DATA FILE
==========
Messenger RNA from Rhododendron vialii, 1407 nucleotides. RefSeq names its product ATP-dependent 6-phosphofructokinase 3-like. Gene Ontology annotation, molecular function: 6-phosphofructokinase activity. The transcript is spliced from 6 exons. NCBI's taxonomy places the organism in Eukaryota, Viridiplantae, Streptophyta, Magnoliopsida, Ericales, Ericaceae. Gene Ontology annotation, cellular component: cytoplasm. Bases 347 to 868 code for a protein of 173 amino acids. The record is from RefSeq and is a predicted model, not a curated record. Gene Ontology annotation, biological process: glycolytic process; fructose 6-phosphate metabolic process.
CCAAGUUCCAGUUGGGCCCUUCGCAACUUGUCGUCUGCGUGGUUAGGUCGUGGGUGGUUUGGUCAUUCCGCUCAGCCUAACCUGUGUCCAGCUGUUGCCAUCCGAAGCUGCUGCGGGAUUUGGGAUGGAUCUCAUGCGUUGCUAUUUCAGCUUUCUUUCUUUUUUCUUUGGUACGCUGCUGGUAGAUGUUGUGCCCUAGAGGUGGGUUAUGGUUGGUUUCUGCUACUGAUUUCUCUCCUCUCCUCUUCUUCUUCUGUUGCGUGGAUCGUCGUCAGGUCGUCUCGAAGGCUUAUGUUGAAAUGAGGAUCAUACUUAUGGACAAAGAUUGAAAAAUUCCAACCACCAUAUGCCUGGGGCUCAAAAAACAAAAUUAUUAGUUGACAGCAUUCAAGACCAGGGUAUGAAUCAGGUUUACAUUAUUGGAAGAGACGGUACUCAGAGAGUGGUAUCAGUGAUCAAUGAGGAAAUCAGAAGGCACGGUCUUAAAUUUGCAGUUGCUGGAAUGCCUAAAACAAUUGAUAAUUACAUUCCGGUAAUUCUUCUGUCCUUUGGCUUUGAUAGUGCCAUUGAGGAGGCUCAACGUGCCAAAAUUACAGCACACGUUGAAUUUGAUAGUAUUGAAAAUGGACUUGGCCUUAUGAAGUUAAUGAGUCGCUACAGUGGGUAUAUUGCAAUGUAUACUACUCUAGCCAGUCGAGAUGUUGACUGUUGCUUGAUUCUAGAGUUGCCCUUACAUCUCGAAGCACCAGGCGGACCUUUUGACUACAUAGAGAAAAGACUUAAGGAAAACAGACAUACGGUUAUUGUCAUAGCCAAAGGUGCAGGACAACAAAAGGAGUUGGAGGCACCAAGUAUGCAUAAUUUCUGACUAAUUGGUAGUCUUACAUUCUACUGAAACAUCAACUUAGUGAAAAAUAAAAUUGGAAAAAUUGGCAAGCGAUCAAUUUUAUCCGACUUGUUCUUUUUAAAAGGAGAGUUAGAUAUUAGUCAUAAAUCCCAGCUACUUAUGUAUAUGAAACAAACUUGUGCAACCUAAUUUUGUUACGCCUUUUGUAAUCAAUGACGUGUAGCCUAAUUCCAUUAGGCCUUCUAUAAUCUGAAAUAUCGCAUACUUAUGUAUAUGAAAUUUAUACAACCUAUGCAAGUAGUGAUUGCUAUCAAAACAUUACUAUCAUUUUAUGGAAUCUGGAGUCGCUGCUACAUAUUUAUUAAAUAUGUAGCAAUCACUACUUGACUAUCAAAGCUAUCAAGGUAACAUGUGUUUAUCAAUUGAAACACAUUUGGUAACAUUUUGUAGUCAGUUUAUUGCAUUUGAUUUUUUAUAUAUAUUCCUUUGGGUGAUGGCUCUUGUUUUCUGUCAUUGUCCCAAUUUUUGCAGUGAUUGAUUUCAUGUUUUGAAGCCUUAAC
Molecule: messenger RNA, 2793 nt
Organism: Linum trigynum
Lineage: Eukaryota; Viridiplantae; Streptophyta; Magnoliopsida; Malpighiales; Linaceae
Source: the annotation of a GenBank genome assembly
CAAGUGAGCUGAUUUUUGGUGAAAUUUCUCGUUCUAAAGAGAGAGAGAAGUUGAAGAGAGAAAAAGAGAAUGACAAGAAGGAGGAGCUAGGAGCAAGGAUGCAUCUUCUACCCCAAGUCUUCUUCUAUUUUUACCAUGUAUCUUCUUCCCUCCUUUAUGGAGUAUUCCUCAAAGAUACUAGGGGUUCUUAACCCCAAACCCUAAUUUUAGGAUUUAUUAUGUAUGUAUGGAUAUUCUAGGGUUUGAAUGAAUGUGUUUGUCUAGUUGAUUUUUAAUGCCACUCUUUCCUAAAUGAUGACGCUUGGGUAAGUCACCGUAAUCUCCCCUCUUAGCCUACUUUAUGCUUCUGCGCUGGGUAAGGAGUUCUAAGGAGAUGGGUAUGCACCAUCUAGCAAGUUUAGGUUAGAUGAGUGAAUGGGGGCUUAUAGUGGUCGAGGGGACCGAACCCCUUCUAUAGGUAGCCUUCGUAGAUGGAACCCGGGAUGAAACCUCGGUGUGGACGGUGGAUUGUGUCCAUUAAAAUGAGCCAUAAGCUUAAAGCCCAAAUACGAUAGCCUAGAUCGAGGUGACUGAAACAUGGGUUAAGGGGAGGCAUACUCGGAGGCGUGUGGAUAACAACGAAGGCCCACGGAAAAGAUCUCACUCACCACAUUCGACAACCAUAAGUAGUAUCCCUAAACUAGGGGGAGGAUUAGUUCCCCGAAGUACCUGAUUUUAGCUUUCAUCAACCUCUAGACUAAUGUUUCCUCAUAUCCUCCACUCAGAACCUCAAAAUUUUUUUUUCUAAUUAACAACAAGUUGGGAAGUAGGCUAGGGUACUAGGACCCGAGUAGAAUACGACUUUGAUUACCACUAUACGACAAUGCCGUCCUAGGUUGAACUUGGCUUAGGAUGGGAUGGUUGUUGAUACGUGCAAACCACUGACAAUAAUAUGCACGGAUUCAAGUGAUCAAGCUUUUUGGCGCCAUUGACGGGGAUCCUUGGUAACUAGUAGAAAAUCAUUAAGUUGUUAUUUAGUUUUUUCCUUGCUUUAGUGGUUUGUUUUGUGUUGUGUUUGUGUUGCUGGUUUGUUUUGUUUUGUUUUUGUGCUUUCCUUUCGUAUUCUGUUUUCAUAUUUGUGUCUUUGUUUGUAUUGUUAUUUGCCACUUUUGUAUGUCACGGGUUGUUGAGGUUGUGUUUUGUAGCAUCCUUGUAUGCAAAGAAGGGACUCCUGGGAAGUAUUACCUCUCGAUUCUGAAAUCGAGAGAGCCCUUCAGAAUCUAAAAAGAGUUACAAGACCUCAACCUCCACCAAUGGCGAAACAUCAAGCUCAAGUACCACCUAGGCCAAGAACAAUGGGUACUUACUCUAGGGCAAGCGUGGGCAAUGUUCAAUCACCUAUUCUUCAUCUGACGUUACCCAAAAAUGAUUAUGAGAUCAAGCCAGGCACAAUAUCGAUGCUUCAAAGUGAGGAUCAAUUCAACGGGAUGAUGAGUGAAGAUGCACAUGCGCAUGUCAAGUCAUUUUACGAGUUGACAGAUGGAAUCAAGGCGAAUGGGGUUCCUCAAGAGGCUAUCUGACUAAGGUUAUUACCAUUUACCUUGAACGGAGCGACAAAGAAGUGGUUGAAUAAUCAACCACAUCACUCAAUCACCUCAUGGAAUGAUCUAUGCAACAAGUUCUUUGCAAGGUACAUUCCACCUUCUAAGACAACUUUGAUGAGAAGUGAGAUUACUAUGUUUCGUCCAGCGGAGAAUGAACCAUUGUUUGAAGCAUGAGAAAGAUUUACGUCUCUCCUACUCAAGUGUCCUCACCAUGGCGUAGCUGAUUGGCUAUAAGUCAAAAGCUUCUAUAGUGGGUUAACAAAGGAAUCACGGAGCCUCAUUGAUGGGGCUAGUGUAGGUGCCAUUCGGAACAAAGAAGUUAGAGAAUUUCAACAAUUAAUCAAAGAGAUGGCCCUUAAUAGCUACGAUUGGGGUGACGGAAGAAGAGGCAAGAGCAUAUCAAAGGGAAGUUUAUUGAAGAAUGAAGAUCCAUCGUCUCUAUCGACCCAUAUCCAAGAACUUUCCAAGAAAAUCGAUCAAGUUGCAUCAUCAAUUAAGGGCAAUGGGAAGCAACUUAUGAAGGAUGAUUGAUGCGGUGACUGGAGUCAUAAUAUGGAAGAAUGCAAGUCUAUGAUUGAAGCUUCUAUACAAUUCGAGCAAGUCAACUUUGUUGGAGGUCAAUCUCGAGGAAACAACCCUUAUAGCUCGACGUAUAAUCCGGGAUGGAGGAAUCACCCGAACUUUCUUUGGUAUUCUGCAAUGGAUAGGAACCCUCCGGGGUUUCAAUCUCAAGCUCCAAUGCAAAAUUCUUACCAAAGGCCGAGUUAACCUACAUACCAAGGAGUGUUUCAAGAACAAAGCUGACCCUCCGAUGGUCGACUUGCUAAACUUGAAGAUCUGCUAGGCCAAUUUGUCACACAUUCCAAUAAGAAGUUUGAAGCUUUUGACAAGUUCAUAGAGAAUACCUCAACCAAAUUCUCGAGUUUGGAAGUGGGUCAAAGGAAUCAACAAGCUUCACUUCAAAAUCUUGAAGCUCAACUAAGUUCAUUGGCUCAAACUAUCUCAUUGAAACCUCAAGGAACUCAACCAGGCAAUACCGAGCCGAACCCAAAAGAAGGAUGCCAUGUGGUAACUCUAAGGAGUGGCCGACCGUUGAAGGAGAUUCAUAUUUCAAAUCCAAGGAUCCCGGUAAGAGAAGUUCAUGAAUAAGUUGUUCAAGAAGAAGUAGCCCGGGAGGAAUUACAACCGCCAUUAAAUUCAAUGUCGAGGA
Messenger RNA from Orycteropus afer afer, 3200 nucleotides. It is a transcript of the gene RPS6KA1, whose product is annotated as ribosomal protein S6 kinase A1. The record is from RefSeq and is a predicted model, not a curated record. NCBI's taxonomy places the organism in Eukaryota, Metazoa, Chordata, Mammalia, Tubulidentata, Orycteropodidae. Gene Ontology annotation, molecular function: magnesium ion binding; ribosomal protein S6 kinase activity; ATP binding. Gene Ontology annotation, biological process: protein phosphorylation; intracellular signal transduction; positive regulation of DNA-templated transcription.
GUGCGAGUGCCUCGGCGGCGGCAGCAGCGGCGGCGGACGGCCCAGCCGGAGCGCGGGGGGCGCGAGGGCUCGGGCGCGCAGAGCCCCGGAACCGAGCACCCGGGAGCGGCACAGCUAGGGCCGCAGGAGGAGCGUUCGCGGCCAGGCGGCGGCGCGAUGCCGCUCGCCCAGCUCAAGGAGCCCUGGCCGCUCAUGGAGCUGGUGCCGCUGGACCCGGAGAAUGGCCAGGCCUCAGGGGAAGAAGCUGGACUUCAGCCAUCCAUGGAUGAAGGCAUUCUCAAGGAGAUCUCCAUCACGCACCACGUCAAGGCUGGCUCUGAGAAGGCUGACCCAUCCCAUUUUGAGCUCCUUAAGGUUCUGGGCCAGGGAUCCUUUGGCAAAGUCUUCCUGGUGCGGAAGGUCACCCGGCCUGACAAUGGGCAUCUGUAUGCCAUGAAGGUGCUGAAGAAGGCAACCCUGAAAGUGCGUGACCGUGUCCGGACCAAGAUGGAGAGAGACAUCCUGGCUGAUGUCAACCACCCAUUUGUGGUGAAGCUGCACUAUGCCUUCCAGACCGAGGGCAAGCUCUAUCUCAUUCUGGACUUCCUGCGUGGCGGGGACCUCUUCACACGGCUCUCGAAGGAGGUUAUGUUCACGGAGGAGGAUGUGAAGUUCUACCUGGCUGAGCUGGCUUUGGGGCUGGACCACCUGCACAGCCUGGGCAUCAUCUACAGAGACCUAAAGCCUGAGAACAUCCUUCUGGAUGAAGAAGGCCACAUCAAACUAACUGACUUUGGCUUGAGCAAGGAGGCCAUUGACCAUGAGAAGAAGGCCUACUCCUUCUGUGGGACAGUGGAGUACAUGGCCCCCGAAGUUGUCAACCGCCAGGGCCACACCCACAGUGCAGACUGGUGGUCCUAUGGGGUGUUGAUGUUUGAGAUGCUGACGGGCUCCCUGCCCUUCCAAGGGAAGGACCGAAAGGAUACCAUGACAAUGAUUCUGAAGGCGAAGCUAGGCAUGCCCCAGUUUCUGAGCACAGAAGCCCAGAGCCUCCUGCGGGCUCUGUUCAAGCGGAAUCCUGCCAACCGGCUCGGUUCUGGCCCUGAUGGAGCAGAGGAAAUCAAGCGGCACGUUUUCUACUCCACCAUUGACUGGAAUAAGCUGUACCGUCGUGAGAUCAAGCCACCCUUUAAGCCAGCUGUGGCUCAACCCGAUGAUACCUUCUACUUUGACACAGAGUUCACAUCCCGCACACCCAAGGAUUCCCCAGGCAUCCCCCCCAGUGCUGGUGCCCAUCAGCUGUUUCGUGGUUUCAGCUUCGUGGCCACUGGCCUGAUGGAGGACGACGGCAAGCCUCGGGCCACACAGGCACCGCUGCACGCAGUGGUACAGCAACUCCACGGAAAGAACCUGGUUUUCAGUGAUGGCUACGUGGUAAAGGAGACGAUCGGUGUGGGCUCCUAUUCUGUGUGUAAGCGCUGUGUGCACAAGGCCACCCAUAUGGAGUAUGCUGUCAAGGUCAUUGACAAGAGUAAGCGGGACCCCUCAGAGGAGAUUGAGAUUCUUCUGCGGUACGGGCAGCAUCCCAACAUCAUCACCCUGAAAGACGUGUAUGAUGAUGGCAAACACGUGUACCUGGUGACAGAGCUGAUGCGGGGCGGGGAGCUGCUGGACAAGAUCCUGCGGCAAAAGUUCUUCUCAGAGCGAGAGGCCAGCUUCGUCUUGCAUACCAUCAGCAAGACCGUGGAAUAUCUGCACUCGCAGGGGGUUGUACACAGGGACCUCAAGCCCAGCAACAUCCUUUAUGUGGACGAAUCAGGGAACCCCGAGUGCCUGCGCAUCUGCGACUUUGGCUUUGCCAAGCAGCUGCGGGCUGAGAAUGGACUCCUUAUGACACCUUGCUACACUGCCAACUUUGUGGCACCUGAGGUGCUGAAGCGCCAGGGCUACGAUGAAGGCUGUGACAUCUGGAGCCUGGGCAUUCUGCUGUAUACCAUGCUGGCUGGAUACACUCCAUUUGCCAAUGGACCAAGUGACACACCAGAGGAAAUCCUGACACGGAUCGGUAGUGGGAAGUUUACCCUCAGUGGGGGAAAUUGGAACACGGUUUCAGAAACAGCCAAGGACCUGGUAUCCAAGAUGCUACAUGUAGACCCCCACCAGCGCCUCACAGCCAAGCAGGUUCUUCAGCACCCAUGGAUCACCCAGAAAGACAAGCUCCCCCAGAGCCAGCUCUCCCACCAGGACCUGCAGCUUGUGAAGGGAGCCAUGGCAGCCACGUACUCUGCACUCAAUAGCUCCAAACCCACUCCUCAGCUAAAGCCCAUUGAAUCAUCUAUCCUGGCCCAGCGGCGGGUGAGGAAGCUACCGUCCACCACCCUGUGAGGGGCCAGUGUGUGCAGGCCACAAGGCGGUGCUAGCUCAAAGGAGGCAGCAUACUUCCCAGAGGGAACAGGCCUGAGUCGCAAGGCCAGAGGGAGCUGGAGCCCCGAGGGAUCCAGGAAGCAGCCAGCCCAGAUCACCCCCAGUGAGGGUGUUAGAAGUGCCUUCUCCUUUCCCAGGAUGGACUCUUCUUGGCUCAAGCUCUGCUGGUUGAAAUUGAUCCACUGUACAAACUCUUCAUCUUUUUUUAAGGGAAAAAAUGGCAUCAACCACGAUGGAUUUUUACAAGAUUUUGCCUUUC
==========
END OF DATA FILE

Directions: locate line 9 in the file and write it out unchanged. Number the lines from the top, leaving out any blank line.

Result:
GUGCGAGUGCCUCGGCGGCGGCAGCAGCGGCGGCGGACGGCCCAGCCGGAGCGCGGGGGGCGCGAGGGCUCGGGCGCGCAGAGCCCCGGAACCGAGCACCCGGGAGCGGCACAGCUAGGGCCGCAGGAGGAGCGUUCGCGGCCAGGCGGCGGCGCGAUGCCGCUCGCCCAGCUCAAGGAGCCCUGGCCGCUCAUGGAGCUGGUGCCGCUGGACCCGGAGAAUGGCCAGGCCUCAGGGGAAGAAGCUGGACUUCAGCCAUCCAUGGAUGAAGGCAUUCUCAAGGAGAUCUCCAUCACGCACCACGUCAAGGCUGGCUCUGAGAAGGCUGACCCAUCCCAUUUUGAGCUCCUUAAGGUUCUGGGCCAGGGAUCCUUUGGCAAAGUCUUCCUGGUGCGGAAGGUCACCCGGCCUGACAAUGGGCAUCUGUAUGCCAUGAAGGUGCUGAAGAAGGCAACCCUGAAAGUGCGUGACCGUGUCCGGACCAAGAUGGAGAGAGACAUCCUGGCUGAUGUCAACCACCCAUUUGUGGUGAAGCUGCACUAUGCCUUCCAGACCGAGGGCAAGCUCUAUCUCAUUCUGGACUUCCUGCGUGGCGGGGACCUCUUCACACGGCUCUCGAAGGAGGUUAUGUUCACGGAGGAGGAUGUGAAGUUCUACCUGGCUGAGCUGGCUUUGGGGCUGGACCACCUGCACAGCCUGGGCAUCAUCUACAGAGACCUAAAGCCUGAGAACAUCCUUCUGGAUGAAGAAGGCCACAUCAAACUAACUGACUUUGGCUUGAGCAAGGAGGCCAUUGACCAUGAGAAGAAGGCCUACUCCUUCUGUGGGACAGUGGAGUACAUGGCCCCCGAAGUUGUCAACCGCCAGGGCCACACCCACAGUGCAGACUGGUGGUCCUAUGGGGUGUUGAUGUUUGAGAUGCUGACGGGCUCCCUGCCCUUCCAAGGGAAGGACCGAAAGGAUACCAUGACAAUGAUUCUGAAGGCGAAGCUAGGCAUGCCCCAGUUUCUGAGCACAGAAGCCCAGAGCCUCCUGCGGGCUCUGUUCAAGCGGAAUCCUGCCAACCGGCUCGGUUCUGGCCCUGAUGGAGCAGAGGAAAUCAAGCGGCACGUUUUCUACUCCACCAUUGACUGGAAUAAGCUGUACCGUCGUGAGAUCAAGCCACCCUUUAAGCCAGCUGUGGCUCAACCCGAUGAUACCUUCUACUUUGACACAGAGUUCACAUCCCGCACACCCAAGGAUUCCCCAGGCAUCCCCCCCAGUGCUGGUGCCCAUCAGCUGUUUCGUGGUUUCAGCUUCGUGGCCACUGGCCUGAUGGAGGACGACGGCAAGCCUCGGGCCACACAGGCACCGCUGCACGCAGUGGUACAGCAACUCCACGGAAAGAACCUGGUUUUCAGUGAUGGCUACGUGGUAAAGGAGACGAUCGGUGUGGGCUCCUAUUCUGUGUGUAAGCGCUGUGUGCACAAGGCCACCCAUAUGGAGUAUGCUGUCAAGGUCAUUGACAAGAGUAAGCGGGACCCCUCAGAGGAGAUUGAGAUUCUUCUGCGGUACGGGCAGCAUCCCAACAUCAUCACCCUGAAAGACGUGUAUGAUGAUGGCAAACACGUGUACCUGGUGACAGAGCUGAUGCGGGGCGGGGAGCUGCUGGACAAGAUCCUGCGGCAAAAGUUCUUCUCAGAGCGAGAGGCCAGCUUCGUCUUGCAUACCAUCAGCAAGACCGUGGAAUAUCUGCACUCGCAGGGGGUUGUACACAGGGACCUCAAGCCCAGCAACAUCCUUUAUGUGGACGAAUCAGGGAACCCCGAGUGCCUGCGCAUCUGCGACUUUGGCUUUGCCAAGCAGCUGCGGGCUGAGAAUGGACUCCUUAUGACACCUUGCUACACUGCCAACUUUGUGGCACCUGAGGUGCUGAAGCGCCAGGGCUACGAUGAAGGCUGUGACAUCUGGAGCCUGGGCAUUCUGCUGUAUACCAUGCUGGCUGGAUACACUCCAUUUGCCAAUGGACCAAGUGACACACCAGAGGAAAUCCUGACACGGAUCGGUAGUGGGAAGUUUACCCUCAGUGGGGGAAAUUGGAACACGGUUUCAGAAACAGCCAAGGACCUGGUAUCCAAGAUGCUACAUGUAGACCCCCACCAGCGCCUCACAGCCAAGCAGGUUCUUCAGCACCCAUGGAUCACCCAGAAAGACAAGCUCCCCCAGAGCCAGCUCUCCCACCAGGACCUGCAGCUUGUGAAGGGAGCCAUGGCAGCCACGUACUCUGCACUCAAUAGCUCCAAACCCACUCCUCAGCUAAAGCCCAUUGAAUCAUCUAUCCUGGCCCAGCGGCGGGUGAGGAAGCUACCGUCCACCACCCUGUGAGGGGCCAGUGUGUGCAGGCCACAAGGCGGUGCUAGCUCAAAGGAGGCAGCAUACUUCCCAGAGGGAACAGGCCUGAGUCGCAAGGCCAGAGGGAGCUGGAGCCCCGAGGGAUCCAGGAAGCAGCCAGCCCAGAUCACCCCCAGUGAGGGUGUUAGAAGUGCCUUCUCCUUUCCCAGGAUGGACUCUUCUUGGCUCAAGCUCUGCUGGUUGAAAUUGAUCCACUGUACAAACUCUUCAUCUUUUUUUAAGGGAAAAAAUGGCAUCAACCACGAUGGAUUUUUACAAGAUUUUGCCUUUC